Wall Street veteran investor Richard Bernstein expects stocks to undergo a rough period in the near-term. A fading dollar, he argues, could upset many investors, and might benefit gold.
U.S. stock futures were rocky Tuesday. Gold declined after hitting a new all-time high as the dollar slump paused.
As CCN.com reported Monday, billionaire investor Ray Dalio said he fears a U.S. dollar correction.
He said a U.S.-China “capital war” could place additional pressure on the dollar, which has declined since April.
Historically, a weaker dollar correlates with underperforming stocks and a prolonged gold rally.
Now, more top strategists and investors are starting to echo a similar stance.
Bernstein emphasized that an extended dollar downtrend could affect the markets negatively. He said investors need to establish a balanced portfolio to offset such risks.
The investor said:
A prolonged period of dollar weakness would bring that all into question, and certainly shift the leadership within the market to something much more pro-inflation oriented. It would certainly upset a lot of investors, and make their previous portfolios probably wrong for that new environment if the dollar were to continue to weaken.
While investors fear a further correction in the dollar, the sentiment on gold as an alternative investment remains mixed.
The caution stems primarily from gold’s explosive rally in the past month.
The price of spot gold surged 8% in July, hitting a new record high. Investors question whether the yellow metal has enough fuel in the tank for an extended rally.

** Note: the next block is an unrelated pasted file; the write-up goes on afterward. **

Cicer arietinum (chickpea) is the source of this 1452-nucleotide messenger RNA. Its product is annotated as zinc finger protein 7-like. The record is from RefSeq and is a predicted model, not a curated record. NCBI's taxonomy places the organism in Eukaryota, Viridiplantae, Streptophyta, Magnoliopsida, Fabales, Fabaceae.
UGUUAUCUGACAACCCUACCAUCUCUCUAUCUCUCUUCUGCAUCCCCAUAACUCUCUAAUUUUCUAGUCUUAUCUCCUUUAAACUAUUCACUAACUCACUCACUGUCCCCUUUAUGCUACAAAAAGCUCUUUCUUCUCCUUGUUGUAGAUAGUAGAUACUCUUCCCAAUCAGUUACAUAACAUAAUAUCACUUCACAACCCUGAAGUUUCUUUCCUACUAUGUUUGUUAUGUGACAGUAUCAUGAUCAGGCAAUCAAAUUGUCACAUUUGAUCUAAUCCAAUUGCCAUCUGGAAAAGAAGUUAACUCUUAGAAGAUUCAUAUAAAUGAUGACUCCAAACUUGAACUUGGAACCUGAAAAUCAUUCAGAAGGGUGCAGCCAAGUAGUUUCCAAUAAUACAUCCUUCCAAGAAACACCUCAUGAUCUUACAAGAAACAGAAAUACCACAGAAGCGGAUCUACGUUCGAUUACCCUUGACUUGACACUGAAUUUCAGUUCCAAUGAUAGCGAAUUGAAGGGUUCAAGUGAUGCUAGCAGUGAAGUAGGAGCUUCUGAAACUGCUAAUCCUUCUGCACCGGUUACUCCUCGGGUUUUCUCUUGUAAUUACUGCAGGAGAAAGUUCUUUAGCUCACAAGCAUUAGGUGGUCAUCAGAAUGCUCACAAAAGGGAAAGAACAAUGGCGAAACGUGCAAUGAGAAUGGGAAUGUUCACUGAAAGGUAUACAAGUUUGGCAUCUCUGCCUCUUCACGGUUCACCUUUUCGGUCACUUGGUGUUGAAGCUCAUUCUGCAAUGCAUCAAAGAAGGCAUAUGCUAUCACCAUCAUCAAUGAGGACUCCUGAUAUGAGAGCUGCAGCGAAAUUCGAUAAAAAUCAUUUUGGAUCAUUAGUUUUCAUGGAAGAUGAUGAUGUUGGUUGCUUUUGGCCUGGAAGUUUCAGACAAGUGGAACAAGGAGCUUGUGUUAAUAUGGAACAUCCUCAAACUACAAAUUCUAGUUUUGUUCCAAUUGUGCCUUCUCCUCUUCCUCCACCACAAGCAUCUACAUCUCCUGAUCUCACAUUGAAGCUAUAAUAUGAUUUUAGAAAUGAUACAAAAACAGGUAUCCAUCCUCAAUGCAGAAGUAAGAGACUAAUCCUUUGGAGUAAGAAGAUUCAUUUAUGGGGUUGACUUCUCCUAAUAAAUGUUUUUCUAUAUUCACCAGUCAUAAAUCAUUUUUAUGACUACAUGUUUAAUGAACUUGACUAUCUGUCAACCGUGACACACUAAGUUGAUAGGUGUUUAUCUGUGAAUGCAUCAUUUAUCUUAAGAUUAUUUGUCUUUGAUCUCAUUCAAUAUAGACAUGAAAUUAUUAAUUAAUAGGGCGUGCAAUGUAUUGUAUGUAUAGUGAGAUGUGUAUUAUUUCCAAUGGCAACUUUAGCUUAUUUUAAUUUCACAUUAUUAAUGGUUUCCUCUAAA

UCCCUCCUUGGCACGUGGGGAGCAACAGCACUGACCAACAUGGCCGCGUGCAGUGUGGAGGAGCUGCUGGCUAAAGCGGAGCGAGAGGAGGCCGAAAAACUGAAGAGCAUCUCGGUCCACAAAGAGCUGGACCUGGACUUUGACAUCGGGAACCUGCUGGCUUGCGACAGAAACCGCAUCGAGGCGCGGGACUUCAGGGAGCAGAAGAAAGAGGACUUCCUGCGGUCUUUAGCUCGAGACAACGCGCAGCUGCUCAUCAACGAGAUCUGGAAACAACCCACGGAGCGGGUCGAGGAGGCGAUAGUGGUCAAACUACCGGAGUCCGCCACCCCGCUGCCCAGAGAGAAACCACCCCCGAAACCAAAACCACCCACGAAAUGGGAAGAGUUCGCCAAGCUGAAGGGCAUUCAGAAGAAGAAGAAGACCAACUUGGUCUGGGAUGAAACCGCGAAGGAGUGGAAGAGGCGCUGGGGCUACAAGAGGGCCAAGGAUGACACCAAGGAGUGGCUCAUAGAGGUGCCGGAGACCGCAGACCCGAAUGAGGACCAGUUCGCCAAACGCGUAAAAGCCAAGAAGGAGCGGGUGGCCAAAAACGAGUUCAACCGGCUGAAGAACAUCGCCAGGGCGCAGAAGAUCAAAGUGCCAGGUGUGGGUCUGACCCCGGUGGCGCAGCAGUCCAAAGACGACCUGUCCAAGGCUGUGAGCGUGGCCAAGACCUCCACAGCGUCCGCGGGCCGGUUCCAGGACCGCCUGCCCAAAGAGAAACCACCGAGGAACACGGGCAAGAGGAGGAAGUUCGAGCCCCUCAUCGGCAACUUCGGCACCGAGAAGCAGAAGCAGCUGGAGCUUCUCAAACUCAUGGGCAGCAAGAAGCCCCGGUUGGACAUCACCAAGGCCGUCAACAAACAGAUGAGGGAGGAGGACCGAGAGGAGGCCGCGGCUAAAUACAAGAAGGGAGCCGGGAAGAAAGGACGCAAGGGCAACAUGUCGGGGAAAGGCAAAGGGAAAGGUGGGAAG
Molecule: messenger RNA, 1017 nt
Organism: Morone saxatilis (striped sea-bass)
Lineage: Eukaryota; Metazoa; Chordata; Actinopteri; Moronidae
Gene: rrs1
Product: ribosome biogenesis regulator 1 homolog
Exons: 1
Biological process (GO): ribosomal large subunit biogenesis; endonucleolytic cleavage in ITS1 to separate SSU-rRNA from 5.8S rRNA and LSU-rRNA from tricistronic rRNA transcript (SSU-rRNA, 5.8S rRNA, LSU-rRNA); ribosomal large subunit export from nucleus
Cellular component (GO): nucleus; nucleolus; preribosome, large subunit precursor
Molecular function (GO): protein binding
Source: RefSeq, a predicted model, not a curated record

According to Bernstein, gold is still valuable to fit in a portfolio, especially in an uncertain environment.
Top pharmaceutical giants, like Moderna and Pfizer, are developing vaccines, but virus cases are continuing to soar.
Some countries that have achieved a clear peak in cases, like Vietnam, for example, started to see new cases once again.
Based on the trend of virus cases and the cautious optimism towards vaccines, Bernstein expects more uncertainty in the near term.
Against economic instability and a lack of clarity, Bernstein said gold is a “very good hedge.”
Gold historically has been a very good hedge against uncertainty. Now, it’s got a little momentum tag to it… It’s still worthwhile to have in a portfolio. The only thing that we know is certain over the next several years is that there’s going to be more uncertainty.
Analysts also point to worsening U.S.-China relations as a short-term boost for gold.
The relationship between the two superpowers is showing no signs of improvement. If the global economy slows, gold would continue to rise, according to Ally Invest chief investment strategist Lindsey Bell.
Investors are already exploring various safe-havens to counterbalance their portfolios coming off a V-shape recovery in stocks. In the upcoming months, strategists believe gold’s market sentiment could continuously improve.
Last modified: July 28, 2020 1:22 PM UTC